Updated: Mar 12
Dear Asian Youth,
Sometimes, my Asian friends joke about me. They think it’s hilarious that I’d always get top marks in English, awards for essays about my pain and experiences, and earn praise for my fast memorization of Western history, but then I’d fail all my math tests.
“How is your lowest grade Calculus? You’re Asian, Cindy.”
It is pretty funny that I love English now, considering the fact that I couldn’t speak the language until I was five.
I grew up in a Vietnamese-American household, in a city where all my neighbors were either Latinx or Vietnamese. My parents only knew a little bit of English and I was raised by my grandparents, who didn’t know anything about the language. I learned how to count, point to objects, and listen to music all in Vietnamese. I was so sheltered that I had no idea that this was uncommon for a kid in America. I, like any child, assumed that I was just like everyone else.
The first day of preschool was a day I will never forget. Of course, 14 years later, I don’t remember the exact details, but I do remember that my grandparents dressed me in a matching outfit they had bought for me from Little Saigon. I remember the shame and embarrassment I felt from every other kid laughing at me for not speaking English. I cried the entire day, and when my grandparents picked me up my teacher told them that I would have to spend extra time learning English, both with her and on my own at home. I dreaded going back the next day, deciding that I hated preschool and I hated English even more. It was nothing but a language that caused me pain, and it was symbolized by every insult and laugh the other kids hurled at me.
Of course, as stubborn as the four-year-old me was, I had to learn English. The struggle I underwent is still documented in some of the progress report cards that my mom kept for me. Reading them now, I think the funniest one was when I wanted to tell my teacher that I went to Disneyland over the weekend. I said, “I go Disney.” She had to sit there and correct me over and over again until I could say “I went to Disneyland.” She put a gold star next to my name, and I’ll never forget how proud my grandparents were of me that day. I decided that English wasn’t actually so bad.
My gold star moment was followed by learning how to read. I actually was the first one in my class to memorize the entire alphabet and sound out words. Of course, I had an weird accent that was a combination of toddler babble and Vietnamese tones, but it was a big leap from where I was on my first day. This made me start to love reading. I went from not being able to express that I went to Disneyland to reading Eric Carle books out loud to my grandfather. Kids stopped making fun of me because I was the first one who could read The Hungry, Hungry Caterpillar. I still preferred Vietnamese, but I had decided that reading and writing in English (in green crayon chicken scratch, of course) was worth my precious preschool time after all.
Eventually, I spoke English fluently. I went to kindergarten and aced all of my spelling quizzes. I put all of my time into reading books way above my grade level and slowly deciphering words that I couldn’t possibly know at my tender age. It was like I had to compensate for that little Vietnamese girl who hadn’t known a single word in English. I loved learning about American history so much that I rejected math and science. I foolishly decided that being good at those subjects would make me a nerd, an Asian stereotype that had already been ingrained in my brain when I was in elementary school. I would aim for only average in those subjects, barely able to grasp long division. I would be good at English and history just to show those other kids that I was better than them at subjects that I believed were meant for people like them and not people like me. I look back on this and I let out a painful laugh, streaked with tears. I didn’t know that I was basically craving the validation of non-Asian students and teachers by trying to be better than them at subjects society didn’t think I would be the best at. By this time, speaking Vietnamese became embarrassing for me. I refused to learn how to read or write it and insisted on speaking in English in public, even if my parents couldn’t catch up.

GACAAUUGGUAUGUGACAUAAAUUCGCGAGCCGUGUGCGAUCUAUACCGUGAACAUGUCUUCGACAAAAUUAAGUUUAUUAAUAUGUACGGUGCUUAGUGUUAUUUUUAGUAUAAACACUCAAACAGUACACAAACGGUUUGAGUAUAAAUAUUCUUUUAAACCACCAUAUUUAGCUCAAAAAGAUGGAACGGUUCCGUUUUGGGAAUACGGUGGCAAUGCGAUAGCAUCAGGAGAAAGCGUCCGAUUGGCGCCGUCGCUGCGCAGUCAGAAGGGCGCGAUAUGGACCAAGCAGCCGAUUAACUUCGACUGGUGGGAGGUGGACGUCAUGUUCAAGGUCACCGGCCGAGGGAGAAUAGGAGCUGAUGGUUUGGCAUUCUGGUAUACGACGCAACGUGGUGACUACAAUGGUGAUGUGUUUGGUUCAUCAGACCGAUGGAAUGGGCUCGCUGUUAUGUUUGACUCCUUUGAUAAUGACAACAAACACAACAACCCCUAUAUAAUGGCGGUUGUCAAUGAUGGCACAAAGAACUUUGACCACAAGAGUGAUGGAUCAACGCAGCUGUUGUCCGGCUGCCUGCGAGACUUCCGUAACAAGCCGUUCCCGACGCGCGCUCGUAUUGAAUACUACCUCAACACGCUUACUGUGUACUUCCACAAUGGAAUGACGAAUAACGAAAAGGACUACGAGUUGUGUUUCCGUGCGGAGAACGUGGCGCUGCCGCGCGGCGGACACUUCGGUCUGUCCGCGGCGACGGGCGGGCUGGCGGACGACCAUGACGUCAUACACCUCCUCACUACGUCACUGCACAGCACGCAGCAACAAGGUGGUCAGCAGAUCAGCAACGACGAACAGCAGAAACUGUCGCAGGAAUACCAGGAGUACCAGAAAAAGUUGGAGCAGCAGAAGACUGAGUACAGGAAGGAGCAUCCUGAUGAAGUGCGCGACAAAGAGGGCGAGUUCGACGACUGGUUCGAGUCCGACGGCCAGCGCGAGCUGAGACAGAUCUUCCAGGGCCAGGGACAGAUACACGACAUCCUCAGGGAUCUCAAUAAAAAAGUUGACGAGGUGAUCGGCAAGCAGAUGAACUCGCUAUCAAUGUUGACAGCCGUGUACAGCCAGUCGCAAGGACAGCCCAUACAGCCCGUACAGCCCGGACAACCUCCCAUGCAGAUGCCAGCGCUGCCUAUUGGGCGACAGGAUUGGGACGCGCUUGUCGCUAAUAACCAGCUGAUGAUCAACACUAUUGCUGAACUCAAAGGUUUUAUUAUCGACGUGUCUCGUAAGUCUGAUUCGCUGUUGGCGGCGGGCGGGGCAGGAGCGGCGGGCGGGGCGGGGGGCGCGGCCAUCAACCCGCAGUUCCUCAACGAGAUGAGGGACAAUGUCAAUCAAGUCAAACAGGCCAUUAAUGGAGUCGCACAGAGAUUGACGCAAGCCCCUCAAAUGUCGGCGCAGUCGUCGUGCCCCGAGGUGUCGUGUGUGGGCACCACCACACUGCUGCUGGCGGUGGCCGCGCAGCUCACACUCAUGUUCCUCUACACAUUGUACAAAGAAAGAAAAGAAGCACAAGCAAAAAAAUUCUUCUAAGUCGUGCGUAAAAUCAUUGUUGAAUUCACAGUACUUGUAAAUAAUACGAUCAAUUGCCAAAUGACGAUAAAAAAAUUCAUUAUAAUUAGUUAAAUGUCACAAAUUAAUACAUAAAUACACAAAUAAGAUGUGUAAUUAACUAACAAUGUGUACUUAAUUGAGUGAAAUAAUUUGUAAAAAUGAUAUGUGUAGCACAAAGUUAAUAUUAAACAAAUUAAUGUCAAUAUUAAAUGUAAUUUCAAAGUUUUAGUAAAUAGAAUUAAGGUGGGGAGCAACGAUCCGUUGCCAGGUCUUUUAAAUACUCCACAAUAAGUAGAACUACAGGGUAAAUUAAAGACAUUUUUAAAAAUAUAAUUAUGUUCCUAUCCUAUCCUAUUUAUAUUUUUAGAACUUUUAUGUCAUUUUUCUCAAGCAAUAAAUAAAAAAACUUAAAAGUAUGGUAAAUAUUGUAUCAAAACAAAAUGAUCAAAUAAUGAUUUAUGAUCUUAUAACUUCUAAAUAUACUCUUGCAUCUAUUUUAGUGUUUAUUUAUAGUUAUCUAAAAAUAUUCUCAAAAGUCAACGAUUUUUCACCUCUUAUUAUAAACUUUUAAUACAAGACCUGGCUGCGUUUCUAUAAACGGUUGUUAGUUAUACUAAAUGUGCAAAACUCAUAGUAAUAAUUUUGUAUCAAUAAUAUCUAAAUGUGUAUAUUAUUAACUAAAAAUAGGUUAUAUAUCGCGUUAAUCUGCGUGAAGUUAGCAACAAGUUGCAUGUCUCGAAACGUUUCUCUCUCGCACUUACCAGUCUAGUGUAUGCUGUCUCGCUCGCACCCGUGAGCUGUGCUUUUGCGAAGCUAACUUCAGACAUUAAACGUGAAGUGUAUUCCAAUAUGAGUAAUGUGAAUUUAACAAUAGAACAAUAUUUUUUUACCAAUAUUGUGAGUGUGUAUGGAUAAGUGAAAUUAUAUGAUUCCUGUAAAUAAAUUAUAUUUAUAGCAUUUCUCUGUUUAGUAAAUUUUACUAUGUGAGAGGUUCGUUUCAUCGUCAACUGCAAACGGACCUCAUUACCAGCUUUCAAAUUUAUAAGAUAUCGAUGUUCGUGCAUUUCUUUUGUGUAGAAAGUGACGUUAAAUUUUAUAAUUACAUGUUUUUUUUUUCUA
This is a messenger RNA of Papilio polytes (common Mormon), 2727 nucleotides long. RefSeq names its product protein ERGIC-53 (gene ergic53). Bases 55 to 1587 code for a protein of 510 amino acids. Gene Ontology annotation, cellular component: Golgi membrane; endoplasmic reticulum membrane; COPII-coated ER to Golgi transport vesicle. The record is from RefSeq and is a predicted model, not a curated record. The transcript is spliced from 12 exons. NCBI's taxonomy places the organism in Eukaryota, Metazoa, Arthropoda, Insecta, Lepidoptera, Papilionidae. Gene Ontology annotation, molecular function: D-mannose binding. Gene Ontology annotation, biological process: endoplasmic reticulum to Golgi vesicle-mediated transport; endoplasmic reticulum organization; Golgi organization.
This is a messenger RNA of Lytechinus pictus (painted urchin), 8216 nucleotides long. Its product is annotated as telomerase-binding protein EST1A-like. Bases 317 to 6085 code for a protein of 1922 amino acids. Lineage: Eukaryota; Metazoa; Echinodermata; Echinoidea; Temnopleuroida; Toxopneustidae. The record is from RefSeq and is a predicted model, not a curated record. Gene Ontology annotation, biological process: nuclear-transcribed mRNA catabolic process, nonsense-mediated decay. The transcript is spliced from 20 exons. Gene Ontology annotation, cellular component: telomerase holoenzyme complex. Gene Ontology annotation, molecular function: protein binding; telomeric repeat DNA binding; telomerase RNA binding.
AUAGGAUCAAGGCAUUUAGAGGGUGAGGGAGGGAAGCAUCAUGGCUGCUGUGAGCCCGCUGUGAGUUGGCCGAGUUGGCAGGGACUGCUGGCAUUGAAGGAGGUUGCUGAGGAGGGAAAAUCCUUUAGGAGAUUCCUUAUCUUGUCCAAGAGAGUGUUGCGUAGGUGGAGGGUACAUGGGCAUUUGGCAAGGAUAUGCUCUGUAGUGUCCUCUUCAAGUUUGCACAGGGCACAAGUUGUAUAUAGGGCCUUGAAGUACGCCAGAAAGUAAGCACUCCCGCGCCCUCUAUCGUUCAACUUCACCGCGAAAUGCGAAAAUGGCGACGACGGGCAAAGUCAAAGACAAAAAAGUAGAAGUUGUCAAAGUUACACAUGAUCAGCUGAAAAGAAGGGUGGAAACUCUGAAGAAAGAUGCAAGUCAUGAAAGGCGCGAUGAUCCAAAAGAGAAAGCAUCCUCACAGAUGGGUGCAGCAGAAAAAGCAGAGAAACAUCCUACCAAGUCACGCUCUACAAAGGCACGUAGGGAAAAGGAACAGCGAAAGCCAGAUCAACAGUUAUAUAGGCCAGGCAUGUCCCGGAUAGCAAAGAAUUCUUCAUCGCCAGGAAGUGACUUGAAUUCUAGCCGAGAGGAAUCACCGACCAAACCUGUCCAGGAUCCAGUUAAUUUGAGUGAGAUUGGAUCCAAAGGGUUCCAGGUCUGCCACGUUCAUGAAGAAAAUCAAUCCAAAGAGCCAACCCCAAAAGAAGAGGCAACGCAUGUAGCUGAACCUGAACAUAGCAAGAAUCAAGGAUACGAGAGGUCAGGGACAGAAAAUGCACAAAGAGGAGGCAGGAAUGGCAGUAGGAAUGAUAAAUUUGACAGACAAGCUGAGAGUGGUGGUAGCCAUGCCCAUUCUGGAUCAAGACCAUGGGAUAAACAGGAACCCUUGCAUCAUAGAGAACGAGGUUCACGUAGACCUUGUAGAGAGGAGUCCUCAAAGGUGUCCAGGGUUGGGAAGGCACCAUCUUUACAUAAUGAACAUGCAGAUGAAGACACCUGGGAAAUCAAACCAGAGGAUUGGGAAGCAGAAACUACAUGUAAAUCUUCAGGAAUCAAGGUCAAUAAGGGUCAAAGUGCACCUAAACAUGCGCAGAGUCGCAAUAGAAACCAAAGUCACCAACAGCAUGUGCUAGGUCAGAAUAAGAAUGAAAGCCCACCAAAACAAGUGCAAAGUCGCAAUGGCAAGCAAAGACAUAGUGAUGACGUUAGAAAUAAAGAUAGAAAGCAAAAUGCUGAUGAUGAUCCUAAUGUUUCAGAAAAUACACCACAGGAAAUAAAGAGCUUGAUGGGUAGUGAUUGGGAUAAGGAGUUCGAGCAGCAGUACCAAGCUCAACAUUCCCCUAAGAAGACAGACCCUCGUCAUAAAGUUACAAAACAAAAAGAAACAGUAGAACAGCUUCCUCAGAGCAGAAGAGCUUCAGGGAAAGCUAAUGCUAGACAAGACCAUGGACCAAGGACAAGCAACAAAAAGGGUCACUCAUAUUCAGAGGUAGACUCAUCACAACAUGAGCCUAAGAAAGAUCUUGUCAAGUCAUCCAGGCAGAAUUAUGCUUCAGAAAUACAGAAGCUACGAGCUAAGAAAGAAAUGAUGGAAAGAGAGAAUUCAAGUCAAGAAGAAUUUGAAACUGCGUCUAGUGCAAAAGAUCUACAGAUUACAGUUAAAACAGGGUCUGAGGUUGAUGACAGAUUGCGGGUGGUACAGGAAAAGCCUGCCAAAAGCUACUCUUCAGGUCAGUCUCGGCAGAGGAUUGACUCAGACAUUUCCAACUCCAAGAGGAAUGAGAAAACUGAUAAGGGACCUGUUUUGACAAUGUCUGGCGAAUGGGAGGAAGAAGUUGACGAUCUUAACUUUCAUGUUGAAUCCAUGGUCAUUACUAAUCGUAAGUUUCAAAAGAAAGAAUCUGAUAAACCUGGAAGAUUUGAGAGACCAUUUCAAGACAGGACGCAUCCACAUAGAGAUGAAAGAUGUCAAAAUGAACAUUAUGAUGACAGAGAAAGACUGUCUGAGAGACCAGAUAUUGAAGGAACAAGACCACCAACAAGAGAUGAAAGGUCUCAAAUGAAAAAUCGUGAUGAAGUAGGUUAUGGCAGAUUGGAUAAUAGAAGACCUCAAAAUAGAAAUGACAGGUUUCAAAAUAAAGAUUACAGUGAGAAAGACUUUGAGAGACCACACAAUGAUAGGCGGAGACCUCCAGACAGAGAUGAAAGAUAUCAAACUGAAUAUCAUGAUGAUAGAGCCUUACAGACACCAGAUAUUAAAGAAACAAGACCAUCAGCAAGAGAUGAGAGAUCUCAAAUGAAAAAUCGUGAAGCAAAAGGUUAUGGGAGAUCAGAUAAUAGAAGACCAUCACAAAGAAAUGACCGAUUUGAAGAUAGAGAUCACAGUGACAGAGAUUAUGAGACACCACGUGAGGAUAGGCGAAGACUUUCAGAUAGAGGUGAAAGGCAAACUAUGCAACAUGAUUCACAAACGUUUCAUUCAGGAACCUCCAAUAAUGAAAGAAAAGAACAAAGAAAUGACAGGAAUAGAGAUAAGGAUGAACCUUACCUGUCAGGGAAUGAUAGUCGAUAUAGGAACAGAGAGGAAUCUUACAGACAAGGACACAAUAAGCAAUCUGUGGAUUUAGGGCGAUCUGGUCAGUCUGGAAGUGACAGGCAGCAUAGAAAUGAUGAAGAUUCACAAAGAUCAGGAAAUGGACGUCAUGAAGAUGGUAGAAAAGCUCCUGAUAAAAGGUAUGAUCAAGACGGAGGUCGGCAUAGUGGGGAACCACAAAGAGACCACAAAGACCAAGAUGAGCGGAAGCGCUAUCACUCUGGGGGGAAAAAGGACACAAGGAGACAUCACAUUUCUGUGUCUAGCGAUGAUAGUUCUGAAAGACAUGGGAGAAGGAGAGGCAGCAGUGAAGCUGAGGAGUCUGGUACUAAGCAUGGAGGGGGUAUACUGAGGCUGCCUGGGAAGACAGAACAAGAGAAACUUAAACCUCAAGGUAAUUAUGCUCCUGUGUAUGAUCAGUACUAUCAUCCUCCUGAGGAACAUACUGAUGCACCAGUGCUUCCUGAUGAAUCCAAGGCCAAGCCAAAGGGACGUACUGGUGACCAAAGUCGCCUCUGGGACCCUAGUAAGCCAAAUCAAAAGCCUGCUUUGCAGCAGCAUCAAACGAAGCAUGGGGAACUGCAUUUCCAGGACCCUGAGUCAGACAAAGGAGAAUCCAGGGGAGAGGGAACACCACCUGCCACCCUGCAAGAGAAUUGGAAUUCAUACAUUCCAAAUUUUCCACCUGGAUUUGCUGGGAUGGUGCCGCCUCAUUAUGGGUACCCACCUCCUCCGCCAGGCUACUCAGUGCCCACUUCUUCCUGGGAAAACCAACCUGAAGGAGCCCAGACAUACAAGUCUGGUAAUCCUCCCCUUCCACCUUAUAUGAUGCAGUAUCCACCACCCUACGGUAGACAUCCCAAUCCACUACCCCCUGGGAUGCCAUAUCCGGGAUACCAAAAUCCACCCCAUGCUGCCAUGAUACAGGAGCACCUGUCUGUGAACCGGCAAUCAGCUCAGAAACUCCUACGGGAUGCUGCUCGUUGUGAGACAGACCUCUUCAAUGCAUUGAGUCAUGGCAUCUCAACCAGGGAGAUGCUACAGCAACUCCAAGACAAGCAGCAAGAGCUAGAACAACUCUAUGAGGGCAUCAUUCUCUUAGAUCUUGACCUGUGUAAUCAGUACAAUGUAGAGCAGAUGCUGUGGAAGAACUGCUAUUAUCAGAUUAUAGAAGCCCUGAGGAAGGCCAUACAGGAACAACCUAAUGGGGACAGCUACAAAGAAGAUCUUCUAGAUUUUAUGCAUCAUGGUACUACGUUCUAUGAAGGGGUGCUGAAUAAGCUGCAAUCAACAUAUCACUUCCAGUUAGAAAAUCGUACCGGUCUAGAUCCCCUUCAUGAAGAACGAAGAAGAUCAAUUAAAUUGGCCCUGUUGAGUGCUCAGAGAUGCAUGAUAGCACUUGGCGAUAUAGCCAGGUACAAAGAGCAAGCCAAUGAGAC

Middle school flew by, and before I knew it, I was in high school. This was when I learned how to write more than book reports. I wrote and wrote about my pain, my suffering. I weaponized my tears, writing about all those times I felt defeated by my personal demons because I thought to myself that this is what colleges and scholarships wanted to see. And yet again, English became painful. It pained me to write about clawing down my throat and losing so many people and crying myself to sleep and waking up with scars and becoming a woman and being Asian-American. But I could no longer find comfort in the once familiar Vietnamese. All those books and essays, all of that shame I had to overcome from not knowing English, and now…
I didn’t know Vietnamese anymore. I stumbled over my words, I couldn’t sound out a single word in Vietnamese and I couldn’t read the billboards in Little Saigon. English was painful, but Vietnamese seemed lost forever.
I have to slowly rediscover my lost language every day. I watch shows in Vietnamese with my parents. I try to understand every word, but I have to ask once in a while what a phrase means. I feel too shy to order in Vietnamese at a restaurant, but I’ve stopped feeling ashamed about speaking it to my parents in public. I’ve been trying my best to practice, even if I feel hopeless sometimes. My culture was never lost, never taken from me. I just chose to abandon it. Now I have to find it again, step by step, day by day.